On the topic of gear vs “ear”, Sameer Sengupta (Liveschool trainer and Mastering Engineer at Studios 301) shared this personal tip with us on how to approach mixing bass (and in particular sub-bass) when you don’t have the world’s best speakers, or an acoustically treated environment.

A wonderful thing about music production these days, is that you can do it without the need for a big studio. But it you’re interested in making bass heavy music, then there’s nothing more important than getting to know your bass better.

One of the main reasons people struggle with getting their mixes to sound tight and punchy is because of poor monitoring environments, especially in the bottom end. One way to hear whats down there is to turn it up, but if you don’t have the luxury of an acoustically isolated space, you’re going to piss off your neighbours, girlfriend, parents, etc. Another way to do it would be to fork out on absurdly good headphones or a subwoofer (and again, the subwoofer will piss off your….).

But there is cheap and effective solution! I discovered this years ago by accident but got so used to it, that I still rely on it to this very day.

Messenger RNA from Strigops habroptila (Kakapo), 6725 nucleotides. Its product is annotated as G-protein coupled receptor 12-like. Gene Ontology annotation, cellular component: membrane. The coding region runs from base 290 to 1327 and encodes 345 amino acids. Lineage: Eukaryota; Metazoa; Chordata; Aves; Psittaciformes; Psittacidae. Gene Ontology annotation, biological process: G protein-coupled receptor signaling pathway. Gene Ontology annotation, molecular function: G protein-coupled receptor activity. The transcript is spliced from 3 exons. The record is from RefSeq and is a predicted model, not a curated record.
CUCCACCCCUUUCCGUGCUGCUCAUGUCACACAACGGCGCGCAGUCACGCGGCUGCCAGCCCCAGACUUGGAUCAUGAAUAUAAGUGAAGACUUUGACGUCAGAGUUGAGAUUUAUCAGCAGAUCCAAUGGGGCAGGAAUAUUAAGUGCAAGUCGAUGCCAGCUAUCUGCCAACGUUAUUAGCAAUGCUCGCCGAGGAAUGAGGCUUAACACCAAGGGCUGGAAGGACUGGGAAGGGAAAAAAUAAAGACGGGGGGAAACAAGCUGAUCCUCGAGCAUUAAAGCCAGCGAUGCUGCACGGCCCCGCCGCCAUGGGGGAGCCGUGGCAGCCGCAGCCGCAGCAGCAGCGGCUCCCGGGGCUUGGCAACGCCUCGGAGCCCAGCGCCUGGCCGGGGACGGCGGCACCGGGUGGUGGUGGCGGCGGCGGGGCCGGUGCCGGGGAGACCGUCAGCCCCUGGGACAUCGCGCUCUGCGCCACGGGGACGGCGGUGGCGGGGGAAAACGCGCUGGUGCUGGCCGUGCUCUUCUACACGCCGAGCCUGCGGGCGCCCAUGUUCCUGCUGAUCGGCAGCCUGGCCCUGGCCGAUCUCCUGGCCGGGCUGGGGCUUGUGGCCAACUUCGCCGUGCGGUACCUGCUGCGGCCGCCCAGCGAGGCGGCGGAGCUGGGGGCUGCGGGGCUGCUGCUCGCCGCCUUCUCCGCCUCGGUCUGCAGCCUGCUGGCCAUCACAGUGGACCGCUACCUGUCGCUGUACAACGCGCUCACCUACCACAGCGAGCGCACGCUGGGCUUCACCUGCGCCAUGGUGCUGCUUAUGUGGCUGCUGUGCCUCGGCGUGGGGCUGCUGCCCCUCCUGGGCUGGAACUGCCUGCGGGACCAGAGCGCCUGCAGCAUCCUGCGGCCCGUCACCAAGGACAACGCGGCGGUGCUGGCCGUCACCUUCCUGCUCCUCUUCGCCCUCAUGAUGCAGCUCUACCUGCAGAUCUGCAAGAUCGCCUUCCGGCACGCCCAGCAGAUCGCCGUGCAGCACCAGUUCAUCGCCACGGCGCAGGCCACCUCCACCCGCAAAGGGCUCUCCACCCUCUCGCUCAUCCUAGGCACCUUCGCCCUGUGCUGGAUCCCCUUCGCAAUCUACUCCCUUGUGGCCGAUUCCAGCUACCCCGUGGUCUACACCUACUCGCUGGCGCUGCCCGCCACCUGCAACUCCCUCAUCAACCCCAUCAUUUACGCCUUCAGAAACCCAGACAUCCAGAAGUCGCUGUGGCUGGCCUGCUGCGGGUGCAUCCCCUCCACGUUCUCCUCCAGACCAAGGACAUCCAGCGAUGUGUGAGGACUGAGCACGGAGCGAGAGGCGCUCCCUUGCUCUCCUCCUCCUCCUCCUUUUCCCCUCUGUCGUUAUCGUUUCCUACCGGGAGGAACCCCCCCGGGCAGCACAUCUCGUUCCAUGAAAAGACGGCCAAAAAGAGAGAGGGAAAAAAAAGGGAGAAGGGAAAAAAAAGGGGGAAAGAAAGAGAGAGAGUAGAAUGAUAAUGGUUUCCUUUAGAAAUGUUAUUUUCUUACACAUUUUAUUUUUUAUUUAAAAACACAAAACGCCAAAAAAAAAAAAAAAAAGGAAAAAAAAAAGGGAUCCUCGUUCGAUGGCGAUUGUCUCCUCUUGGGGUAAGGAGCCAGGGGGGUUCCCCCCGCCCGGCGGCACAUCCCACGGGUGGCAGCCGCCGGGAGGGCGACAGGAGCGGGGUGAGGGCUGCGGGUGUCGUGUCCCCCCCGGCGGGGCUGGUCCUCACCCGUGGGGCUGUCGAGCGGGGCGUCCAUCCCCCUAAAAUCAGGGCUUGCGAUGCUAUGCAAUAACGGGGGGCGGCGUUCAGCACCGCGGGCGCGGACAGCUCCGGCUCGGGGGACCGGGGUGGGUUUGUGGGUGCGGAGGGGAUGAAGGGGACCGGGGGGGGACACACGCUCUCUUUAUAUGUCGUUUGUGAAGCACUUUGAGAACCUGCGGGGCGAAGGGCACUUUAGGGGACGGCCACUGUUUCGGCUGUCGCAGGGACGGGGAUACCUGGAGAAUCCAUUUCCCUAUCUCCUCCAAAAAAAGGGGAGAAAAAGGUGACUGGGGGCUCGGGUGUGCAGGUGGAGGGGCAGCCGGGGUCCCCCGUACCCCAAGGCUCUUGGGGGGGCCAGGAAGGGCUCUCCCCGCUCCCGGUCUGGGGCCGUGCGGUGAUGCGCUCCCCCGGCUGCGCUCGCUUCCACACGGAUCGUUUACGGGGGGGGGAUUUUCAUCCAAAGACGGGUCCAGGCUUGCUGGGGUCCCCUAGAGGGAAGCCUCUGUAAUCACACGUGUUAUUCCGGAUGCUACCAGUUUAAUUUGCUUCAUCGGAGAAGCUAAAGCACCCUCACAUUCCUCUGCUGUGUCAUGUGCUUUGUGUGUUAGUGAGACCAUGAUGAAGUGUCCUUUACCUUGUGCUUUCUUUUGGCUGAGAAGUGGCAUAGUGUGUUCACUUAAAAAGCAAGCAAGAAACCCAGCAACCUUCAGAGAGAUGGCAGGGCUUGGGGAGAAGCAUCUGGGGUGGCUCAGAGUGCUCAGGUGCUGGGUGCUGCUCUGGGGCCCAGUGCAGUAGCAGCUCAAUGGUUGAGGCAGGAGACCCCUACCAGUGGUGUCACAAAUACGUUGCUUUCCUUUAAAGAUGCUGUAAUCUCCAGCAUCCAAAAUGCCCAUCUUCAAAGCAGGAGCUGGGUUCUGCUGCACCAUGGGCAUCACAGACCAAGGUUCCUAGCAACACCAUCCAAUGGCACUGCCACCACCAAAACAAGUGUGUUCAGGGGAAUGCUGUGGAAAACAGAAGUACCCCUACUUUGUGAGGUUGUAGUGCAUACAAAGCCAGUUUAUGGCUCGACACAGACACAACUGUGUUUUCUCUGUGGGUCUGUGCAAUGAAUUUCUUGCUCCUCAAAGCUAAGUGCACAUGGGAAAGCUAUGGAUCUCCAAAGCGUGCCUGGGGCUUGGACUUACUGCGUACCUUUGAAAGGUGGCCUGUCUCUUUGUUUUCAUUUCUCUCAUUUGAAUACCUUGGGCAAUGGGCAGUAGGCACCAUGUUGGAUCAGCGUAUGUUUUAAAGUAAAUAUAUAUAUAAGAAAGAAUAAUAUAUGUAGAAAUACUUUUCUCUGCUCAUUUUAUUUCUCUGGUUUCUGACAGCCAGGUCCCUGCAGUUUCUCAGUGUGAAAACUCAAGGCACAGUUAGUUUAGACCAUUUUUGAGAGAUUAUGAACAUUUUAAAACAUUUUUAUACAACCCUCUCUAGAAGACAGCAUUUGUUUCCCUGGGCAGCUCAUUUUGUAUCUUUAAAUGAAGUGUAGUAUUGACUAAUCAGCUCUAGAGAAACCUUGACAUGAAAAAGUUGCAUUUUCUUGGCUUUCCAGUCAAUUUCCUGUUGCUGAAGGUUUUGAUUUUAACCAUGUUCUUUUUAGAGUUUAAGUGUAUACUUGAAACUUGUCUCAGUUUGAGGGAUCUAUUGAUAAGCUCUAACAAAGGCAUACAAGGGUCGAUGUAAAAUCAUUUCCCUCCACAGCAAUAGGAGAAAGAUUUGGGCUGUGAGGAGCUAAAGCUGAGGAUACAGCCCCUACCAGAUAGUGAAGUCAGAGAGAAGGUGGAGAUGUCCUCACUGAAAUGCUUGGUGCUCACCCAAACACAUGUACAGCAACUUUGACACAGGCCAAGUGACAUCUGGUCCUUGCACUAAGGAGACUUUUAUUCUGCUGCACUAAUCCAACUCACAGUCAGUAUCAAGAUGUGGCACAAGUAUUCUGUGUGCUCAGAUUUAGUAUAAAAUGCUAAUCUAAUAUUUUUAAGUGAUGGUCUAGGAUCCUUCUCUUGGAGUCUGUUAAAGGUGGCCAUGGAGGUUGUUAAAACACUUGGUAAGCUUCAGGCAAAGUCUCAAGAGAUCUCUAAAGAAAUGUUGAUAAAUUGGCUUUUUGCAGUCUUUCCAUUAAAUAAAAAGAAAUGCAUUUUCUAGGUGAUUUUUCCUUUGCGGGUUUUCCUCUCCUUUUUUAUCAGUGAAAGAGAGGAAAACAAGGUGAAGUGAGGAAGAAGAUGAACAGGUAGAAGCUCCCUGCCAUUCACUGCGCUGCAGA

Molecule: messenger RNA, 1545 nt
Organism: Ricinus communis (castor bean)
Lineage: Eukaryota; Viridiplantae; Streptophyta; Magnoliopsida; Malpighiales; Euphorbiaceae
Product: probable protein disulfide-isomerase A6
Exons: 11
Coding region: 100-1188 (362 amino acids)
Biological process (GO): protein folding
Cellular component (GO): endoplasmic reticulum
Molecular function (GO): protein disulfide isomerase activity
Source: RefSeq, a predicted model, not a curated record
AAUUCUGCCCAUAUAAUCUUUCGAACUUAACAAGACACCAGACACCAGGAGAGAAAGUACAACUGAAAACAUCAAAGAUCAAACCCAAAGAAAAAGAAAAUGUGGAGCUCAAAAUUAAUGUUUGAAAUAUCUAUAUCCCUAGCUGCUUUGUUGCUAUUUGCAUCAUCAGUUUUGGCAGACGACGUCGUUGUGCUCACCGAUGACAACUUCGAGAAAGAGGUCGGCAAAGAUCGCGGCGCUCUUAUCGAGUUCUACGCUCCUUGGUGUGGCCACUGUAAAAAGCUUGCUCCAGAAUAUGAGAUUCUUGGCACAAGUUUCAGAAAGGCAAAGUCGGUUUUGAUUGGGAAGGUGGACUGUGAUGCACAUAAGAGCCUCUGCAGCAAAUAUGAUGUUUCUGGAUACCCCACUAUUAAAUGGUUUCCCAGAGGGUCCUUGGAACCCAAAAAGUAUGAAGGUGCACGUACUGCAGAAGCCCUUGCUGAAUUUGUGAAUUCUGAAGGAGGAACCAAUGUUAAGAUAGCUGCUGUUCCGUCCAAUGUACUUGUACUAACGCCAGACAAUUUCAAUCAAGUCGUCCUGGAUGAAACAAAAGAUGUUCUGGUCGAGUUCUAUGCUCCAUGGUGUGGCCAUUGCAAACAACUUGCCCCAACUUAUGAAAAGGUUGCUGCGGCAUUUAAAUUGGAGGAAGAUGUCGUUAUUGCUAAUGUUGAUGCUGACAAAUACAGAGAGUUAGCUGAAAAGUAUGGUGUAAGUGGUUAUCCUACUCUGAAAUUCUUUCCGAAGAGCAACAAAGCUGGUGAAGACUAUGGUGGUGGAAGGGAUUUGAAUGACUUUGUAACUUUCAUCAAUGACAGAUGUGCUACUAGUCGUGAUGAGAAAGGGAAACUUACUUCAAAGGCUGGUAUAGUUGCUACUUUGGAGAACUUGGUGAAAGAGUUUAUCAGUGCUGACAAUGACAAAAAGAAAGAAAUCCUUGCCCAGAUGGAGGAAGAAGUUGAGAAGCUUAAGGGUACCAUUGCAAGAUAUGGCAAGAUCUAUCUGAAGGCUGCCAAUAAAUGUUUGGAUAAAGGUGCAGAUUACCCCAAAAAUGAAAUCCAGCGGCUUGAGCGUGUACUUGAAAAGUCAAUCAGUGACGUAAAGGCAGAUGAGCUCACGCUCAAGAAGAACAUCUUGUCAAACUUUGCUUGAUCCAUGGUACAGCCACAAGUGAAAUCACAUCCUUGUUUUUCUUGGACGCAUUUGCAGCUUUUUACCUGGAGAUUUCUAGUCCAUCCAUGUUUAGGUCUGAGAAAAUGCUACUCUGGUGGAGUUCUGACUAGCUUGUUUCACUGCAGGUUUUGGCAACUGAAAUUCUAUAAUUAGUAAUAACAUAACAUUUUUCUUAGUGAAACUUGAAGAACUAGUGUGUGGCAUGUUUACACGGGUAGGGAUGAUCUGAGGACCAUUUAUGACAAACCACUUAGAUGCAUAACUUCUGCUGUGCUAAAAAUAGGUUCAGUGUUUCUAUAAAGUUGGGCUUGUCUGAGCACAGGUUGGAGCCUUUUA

I used to place my monitors directly on my desk in a fairly small room; this created all sorts of negative issues, such as causing the table to resonate, or given how close the speakers were to the back wall, the entire room would resonate at certain frequencies at higher volumes. But at lower volumes when the room didn’t resonate, I noticed something else. The speakers were sitting directly on the wooden table because I couldn’t afford any acoustic sponge to sit them on, but this in turn caused the low-frequencies to vibrate directly through the table. So I found myself feeling the bass.

This became especially useful even when my speakers were turned up, because even though I didn’t have a subwoofer, I could feel what was going on below 40Hz. Doing this, I was able to have a sense of how fast the low-end was moving, or feel the separation between the kick and bass. I could also feel just how low the bass frequencies went. This in turn affected sound design and mix decisions… and when you get the low-end sounding good, the rest is a lot easier to build.

At first, it takes a while to understand what you feel, but you eventually learn how to interpret it. This technique may sound strange – and also familiar from this part of that film “It’s All Gone Pete Tong” (in which a DJ goes deaf and learns to DJ mix by feeling vibrations) – but I swear by it.

One other interesting way is to get an idea of what’s happening with your sub-bass is by actually looking at the woofer. If at a moderate volume, you can visibly see the woofer moving back & forth (which means there’s something happening at ~5-15Hz) then you definitely need to hi-pass something.

Sameer Sengupta is a Mastering Engineer at Studios 301 and joins the team of producers teaching our Mixing and Mastering course.


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